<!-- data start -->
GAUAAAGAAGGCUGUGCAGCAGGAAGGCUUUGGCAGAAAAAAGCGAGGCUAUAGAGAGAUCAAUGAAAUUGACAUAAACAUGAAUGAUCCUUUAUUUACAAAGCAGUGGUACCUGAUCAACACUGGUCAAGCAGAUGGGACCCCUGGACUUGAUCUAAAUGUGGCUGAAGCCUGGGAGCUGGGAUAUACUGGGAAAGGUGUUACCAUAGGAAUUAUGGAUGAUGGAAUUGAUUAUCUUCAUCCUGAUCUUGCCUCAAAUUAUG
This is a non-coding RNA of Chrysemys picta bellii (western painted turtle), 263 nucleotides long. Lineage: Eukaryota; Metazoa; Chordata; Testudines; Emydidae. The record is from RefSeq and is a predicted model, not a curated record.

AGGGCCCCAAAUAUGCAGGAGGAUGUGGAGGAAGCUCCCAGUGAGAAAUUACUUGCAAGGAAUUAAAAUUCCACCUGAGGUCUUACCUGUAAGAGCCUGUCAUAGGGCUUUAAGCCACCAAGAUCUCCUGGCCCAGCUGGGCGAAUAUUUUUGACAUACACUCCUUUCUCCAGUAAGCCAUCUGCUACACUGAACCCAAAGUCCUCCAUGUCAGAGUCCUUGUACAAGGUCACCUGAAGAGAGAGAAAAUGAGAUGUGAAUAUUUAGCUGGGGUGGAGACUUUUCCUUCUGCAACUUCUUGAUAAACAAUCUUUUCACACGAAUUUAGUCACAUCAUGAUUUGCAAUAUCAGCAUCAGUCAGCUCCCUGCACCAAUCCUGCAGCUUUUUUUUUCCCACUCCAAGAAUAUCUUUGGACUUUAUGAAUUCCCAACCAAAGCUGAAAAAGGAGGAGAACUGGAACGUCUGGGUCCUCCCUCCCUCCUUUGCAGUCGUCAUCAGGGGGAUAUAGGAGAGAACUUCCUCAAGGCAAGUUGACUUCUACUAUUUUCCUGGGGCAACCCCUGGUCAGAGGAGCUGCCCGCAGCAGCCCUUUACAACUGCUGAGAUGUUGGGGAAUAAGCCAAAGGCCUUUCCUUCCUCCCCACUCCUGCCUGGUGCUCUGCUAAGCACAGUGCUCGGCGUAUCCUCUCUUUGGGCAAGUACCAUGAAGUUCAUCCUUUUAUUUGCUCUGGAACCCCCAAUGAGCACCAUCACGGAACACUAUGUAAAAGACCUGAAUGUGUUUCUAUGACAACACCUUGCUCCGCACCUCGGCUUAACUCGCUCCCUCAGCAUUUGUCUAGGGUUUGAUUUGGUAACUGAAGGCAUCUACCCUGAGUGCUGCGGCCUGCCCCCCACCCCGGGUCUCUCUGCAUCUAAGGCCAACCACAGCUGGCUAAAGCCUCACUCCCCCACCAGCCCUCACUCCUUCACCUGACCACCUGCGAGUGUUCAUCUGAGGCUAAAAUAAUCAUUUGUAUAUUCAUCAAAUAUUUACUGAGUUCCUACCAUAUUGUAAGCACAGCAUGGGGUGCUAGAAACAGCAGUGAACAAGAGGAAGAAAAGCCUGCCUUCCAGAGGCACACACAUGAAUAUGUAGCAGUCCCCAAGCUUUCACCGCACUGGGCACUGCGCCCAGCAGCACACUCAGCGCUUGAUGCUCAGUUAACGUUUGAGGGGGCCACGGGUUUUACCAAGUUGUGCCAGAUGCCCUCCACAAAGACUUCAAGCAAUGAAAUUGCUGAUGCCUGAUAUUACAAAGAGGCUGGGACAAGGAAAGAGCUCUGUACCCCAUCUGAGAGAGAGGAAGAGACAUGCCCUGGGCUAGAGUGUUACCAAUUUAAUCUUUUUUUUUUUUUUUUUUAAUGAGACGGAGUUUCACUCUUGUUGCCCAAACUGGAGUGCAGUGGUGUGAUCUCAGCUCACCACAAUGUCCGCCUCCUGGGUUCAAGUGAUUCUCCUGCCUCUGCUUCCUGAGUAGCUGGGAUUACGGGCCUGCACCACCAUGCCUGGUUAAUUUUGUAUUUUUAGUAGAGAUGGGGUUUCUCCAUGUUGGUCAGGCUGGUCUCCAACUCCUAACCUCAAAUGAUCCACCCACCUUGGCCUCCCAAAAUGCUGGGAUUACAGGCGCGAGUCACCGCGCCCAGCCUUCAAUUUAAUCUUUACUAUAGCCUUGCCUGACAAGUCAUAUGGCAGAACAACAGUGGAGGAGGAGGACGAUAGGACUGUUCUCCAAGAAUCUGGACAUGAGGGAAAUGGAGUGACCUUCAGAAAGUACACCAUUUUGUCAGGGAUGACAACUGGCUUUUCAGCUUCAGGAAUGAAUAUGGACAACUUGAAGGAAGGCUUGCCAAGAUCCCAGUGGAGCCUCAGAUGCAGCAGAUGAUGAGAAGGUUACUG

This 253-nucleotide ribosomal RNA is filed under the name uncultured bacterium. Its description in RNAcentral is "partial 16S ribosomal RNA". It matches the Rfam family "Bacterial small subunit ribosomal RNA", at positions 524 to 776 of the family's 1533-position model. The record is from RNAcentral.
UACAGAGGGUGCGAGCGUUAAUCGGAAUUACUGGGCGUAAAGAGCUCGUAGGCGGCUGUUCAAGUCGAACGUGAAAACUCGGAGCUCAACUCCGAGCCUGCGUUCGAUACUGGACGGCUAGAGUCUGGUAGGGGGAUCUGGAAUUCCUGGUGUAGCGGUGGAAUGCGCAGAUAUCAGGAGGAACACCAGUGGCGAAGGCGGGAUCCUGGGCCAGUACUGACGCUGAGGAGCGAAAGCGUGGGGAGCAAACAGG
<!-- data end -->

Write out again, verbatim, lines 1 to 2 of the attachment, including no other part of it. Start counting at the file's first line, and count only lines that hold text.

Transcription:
GAUAAAGAAGGCUGUGCAGCAGGAAGGCUUUGGCAGAAAAAAGCGAGGCUAUAGAGAGAUCAAUGAAAUUGACAUAAACAUGAAUGAUCCUUUAUUUACAAAGCAGUGGUACCUGAUCAACACUGGUCAAGCAGAUGGGACCCCUGGACUUGAUCUAAAUGUGGCUGAAGCCUGGGAGCUGGGAUAUACUGGGAAAGGUGUUACCAUAGGAAUUAUGGAUGAUGGAAUUGAUUAUCUUCAUCCUGAUCUUGCCUCAAAUUAUG
This is a non-coding RNA of Chrysemys picta bellii (western painted turtle), 263 nucleotides long. Lineage: Eukaryota; Metazoa; Chordata; Testudines; Emydidae. The record is from RefSeq and is a predicted model, not a curated record.